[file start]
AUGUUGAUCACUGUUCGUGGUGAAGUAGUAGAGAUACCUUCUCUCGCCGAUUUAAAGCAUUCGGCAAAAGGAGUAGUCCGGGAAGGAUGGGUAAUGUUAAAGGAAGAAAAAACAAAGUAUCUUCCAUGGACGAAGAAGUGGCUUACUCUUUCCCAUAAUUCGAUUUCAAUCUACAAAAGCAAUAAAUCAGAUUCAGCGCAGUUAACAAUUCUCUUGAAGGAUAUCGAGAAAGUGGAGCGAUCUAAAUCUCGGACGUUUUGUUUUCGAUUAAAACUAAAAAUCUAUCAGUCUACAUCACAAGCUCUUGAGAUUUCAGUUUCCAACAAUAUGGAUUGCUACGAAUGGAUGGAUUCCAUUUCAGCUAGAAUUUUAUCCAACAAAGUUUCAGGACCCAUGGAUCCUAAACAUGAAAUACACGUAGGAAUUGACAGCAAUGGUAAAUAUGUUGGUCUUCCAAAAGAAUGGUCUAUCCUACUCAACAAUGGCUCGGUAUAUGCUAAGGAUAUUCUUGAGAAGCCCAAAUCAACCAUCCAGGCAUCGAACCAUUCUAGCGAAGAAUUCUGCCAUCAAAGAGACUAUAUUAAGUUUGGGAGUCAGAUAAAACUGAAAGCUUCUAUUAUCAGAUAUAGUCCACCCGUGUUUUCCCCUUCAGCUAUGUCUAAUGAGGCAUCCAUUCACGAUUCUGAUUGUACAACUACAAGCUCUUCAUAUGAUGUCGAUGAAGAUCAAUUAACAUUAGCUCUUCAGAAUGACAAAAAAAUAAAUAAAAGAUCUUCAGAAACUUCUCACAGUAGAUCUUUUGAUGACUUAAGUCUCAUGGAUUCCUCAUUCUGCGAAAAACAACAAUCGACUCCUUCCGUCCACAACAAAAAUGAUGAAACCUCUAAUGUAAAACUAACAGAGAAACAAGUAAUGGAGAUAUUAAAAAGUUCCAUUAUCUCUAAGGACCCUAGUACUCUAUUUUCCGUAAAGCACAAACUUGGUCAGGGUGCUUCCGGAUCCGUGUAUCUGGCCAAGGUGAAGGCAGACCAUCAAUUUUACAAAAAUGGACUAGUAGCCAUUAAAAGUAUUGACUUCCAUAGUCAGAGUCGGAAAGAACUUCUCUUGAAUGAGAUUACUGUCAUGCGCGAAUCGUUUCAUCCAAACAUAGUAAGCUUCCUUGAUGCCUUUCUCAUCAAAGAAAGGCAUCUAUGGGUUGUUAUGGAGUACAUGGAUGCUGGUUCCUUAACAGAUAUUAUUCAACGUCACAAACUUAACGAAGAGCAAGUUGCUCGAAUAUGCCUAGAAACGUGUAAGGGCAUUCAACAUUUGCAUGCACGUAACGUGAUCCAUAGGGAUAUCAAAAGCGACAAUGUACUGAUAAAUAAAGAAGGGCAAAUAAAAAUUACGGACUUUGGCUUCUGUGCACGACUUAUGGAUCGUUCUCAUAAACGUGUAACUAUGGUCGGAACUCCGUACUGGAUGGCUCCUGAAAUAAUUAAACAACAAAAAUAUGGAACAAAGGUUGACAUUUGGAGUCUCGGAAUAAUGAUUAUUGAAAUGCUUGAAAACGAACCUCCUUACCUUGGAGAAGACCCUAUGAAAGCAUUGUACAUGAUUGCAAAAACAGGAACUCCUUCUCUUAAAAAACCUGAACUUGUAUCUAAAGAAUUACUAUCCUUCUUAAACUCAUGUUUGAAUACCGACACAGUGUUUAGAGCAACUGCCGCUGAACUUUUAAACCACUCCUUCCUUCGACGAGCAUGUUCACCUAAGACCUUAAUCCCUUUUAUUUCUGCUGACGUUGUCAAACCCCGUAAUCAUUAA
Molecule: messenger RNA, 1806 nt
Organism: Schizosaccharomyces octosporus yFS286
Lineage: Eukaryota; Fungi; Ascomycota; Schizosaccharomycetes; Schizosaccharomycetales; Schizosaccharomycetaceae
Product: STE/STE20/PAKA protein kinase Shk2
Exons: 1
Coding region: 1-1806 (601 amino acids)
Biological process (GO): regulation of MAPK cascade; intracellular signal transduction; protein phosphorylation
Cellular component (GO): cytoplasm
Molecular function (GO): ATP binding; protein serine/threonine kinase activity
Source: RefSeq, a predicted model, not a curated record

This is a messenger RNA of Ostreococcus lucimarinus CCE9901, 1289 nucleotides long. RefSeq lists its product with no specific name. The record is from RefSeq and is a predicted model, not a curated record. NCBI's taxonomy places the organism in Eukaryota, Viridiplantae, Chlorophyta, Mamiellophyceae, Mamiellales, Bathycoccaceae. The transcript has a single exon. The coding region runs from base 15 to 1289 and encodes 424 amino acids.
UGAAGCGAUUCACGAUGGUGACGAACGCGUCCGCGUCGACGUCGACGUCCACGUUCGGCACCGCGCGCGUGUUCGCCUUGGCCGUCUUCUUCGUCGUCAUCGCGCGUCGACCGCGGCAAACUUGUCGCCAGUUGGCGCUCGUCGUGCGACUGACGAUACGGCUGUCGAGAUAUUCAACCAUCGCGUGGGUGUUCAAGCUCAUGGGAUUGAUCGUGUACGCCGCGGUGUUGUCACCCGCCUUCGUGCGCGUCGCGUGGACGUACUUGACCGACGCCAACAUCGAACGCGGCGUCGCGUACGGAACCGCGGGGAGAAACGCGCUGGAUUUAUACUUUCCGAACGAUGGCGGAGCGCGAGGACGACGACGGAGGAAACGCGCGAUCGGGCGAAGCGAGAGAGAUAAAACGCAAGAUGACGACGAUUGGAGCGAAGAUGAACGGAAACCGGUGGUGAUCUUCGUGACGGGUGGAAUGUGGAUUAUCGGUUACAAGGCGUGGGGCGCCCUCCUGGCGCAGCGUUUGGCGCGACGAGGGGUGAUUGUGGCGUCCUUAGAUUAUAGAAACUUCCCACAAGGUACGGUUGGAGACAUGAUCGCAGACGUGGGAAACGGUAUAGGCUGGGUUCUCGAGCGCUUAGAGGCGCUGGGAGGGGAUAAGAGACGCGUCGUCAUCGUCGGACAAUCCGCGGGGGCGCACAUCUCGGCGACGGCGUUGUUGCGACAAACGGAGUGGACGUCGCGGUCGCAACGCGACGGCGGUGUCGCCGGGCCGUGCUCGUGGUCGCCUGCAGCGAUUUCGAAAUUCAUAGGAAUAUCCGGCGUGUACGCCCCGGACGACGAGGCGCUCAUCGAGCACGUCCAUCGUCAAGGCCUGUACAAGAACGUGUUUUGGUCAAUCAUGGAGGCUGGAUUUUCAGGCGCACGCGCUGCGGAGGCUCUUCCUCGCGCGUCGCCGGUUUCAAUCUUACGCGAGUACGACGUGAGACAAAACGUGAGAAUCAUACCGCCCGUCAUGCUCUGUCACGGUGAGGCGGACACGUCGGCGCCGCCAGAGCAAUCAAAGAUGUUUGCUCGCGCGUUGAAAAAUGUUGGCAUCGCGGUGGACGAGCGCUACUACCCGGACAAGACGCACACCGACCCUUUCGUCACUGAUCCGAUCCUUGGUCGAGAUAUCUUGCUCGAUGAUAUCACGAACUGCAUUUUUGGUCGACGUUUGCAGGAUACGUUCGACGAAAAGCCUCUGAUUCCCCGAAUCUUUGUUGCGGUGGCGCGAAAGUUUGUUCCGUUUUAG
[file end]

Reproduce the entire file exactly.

AUGUUGAUCACUGUUCGUGGUGAAGUAGUAGAGAUACCUUCUCUCGCCGAUUUAAAGCAUUCGGCAAAAGGAGUAGUCCGGGAAGGAUGGGUAAUGUUAAAGGAAGAAAAAACAAAGUAUCUUCCAUGGACGAAGAAGUGGCUUACUCUUUCCCAUAAUUCGAUUUCAAUCUACAAAAGCAAUAAAUCAGAUUCAGCGCAGUUAACAAUUCUCUUGAAGGAUAUCGAGAAAGUGGAGCGAUCUAAAUCUCGGACGUUUUGUUUUCGAUUAAAACUAAAAAUCUAUCAGUCUACAUCACAAGCUCUUGAGAUUUCAGUUUCCAACAAUAUGGAUUGCUACGAAUGGAUGGAUUCCAUUUCAGCUAGAAUUUUAUCCAACAAAGUUUCAGGACCCAUGGAUCCUAAACAUGAAAUACACGUAGGAAUUGACAGCAAUGGUAAAUAUGUUGGUCUUCCAAAAGAAUGGUCUAUCCUACUCAACAAUGGCUCGGUAUAUGCUAAGGAUAUUCUUGAGAAGCCCAAAUCAACCAUCCAGGCAUCGAACCAUUCUAGCGAAGAAUUCUGCCAUCAAAGAGACUAUAUUAAGUUUGGGAGUCAGAUAAAACUGAAAGCUUCUAUUAUCAGAUAUAGUCCACCCGUGUUUUCCCCUUCAGCUAUGUCUAAUGAGGCAUCCAUUCACGAUUCUGAUUGUACAACUACAAGCUCUUCAUAUGAUGUCGAUGAAGAUCAAUUAACAUUAGCUCUUCAGAAUGACAAAAAAAUAAAUAAAAGAUCUUCAGAAACUUCUCACAGUAGAUCUUUUGAUGACUUAAGUCUCAUGGAUUCCUCAUUCUGCGAAAAACAACAAUCGACUCCUUCCGUCCACAACAAAAAUGAUGAAACCUCUAAUGUAAAACUAACAGAGAAACAAGUAAUGGAGAUAUUAAAAAGUUCCAUUAUCUCUAAGGACCCUAGUACUCUAUUUUCCGUAAAGCACAAACUUGGUCAGGGUGCUUCCGGAUCCGUGUAUCUGGCCAAGGUGAAGGCAGACCAUCAAUUUUACAAAAAUGGACUAGUAGCCAUUAAAAGUAUUGACUUCCAUAGUCAGAGUCGGAAAGAACUUCUCUUGAAUGAGAUUACUGUCAUGCGCGAAUCGUUUCAUCCAAACAUAGUAAGCUUCCUUGAUGCCUUUCUCAUCAAAGAAAGGCAUCUAUGGGUUGUUAUGGAGUACAUGGAUGCUGGUUCCUUAACAGAUAUUAUUCAACGUCACAAACUUAACGAAGAGCAAGUUGCUCGAAUAUGCCUAGAAACGUGUAAGGGCAUUCAACAUUUGCAUGCACGUAACGUGAUCCAUAGGGAUAUCAAAAGCGACAAUGUACUGAUAAAUAAAGAAGGGCAAAUAAAAAUUACGGACUUUGGCUUCUGUGCACGACUUAUGGAUCGUUCUCAUAAACGUGUAACUAUGGUCGGAACUCCGUACUGGAUGGCUCCUGAAAUAAUUAAACAACAAAAAUAUGGAACAAAGGUUGACAUUUGGAGUCUCGGAAUAAUGAUUAUUGAAAUGCUUGAAAACGAACCUCCUUACCUUGGAGAAGACCCUAUGAAAGCAUUGUACAUGAUUGCAAAAACAGGAACUCCUUCUCUUAAAAAACCUGAACUUGUAUCUAAAGAAUUACUAUCCUUCUUAAACUCAUGUUUGAAUACCGACACAGUGUUUAGAGCAACUGCCGCUGAACUUUUAAACCACUCCUUCCUUCGACGAGCAUGUUCACCUAAGACCUUAAUCCCUUUUAUUUCUGCUGACGUUGUCAAACCCCGUAAUCAUUAA
Molecule: messenger RNA, 1806 nt
Organism: Schizosaccharomyces octosporus yFS286
Lineage: Eukaryota; Fungi; Ascomycota; Schizosaccharomycetes; Schizosaccharomycetales; Schizosaccharomycetaceae
Product: STE/STE20/PAKA protein kinase Shk2
Exons: 1
Coding region: 1-1806 (601 amino acids)
Biological process (GO): regulation of MAPK cascade; intracellular signal transduction; protein phosphorylation
Cellular component (GO): cytoplasm
Molecular function (GO): ATP binding; protein serine/threonine kinase activity
Source: RefSeq, a predicted model, not a curated record

This is a messenger RNA of Ostreococcus lucimarinus CCE9901, 1289 nucleotides long. RefSeq lists its product with no specific name. The record is from RefSeq and is a predicted model, not a curated record. NCBI's taxonomy places the organism in Eukaryota, Viridiplantae, Chlorophyta, Mamiellophyceae, Mamiellales, Bathycoccaceae. The transcript has a single exon. The coding region runs from base 15 to 1289 and encodes 424 amino acids.
UGAAGCGAUUCACGAUGGUGACGAACGCGUCCGCGUCGACGUCGACGUCCACGUUCGGCACCGCGCGCGUGUUCGCCUUGGCCGUCUUCUUCGUCGUCAUCGCGCGUCGACCGCGGCAAACUUGUCGCCAGUUGGCGCUCGUCGUGCGACUGACGAUACGGCUGUCGAGAUAUUCAACCAUCGCGUGGGUGUUCAAGCUCAUGGGAUUGAUCGUGUACGCCGCGGUGUUGUCACCCGCCUUCGUGCGCGUCGCGUGGACGUACUUGACCGACGCCAACAUCGAACGCGGCGUCGCGUACGGAACCGCGGGGAGAAACGCGCUGGAUUUAUACUUUCCGAACGAUGGCGGAGCGCGAGGACGACGACGGAGGAAACGCGCGAUCGGGCGAAGCGAGAGAGAUAAAACGCAAGAUGACGACGAUUGGAGCGAAGAUGAACGGAAACCGGUGGUGAUCUUCGUGACGGGUGGAAUGUGGAUUAUCGGUUACAAGGCGUGGGGCGCCCUCCUGGCGCAGCGUUUGGCGCGACGAGGGGUGAUUGUGGCGUCCUUAGAUUAUAGAAACUUCCCACAAGGUACGGUUGGAGACAUGAUCGCAGACGUGGGAAACGGUAUAGGCUGGGUUCUCGAGCGCUUAGAGGCGCUGGGAGGGGAUAAGAGACGCGUCGUCAUCGUCGGACAAUCCGCGGGGGCGCACAUCUCGGCGACGGCGUUGUUGCGACAAACGGAGUGGACGUCGCGGUCGCAACGCGACGGCGGUGUCGCCGGGCCGUGCUCGUGGUCGCCUGCAGCGAUUUCGAAAUUCAUAGGAAUAUCCGGCGUGUACGCCCCGGACGACGAGGCGCUCAUCGAGCACGUCCAUCGUCAAGGCCUGUACAAGAACGUGUUUUGGUCAAUCAUGGAGGCUGGAUUUUCAGGCGCACGCGCUGCGGAGGCUCUUCCUCGCGCGUCGCCGGUUUCAAUCUUACGCGAGUACGACGUGAGACAAAACGUGAGAAUCAUACCGCCCGUCAUGCUCUGUCACGGUGAGGCGGACACGUCGGCGCCGCCAGAGCAAUCAAAGAUGUUUGCUCGCGCGUUGAAAAAUGUUGGCAUCGCGGUGGACGAGCGCUACUACCCGGACAAGACGCACACCGACCCUUUCGUCACUGAUCCGAUCCUUGGUCGAGAUAUCUUGCUCGAUGAUAUCACGAACUGCAUUUUUGGUCGACGUUUGCAGGAUACGUUCGACGAAAAGCCUCUGAUUCCCCGAAUCUUUGUUGCGGUGGCGCGAAAGUUUGUUCCGUUUUAG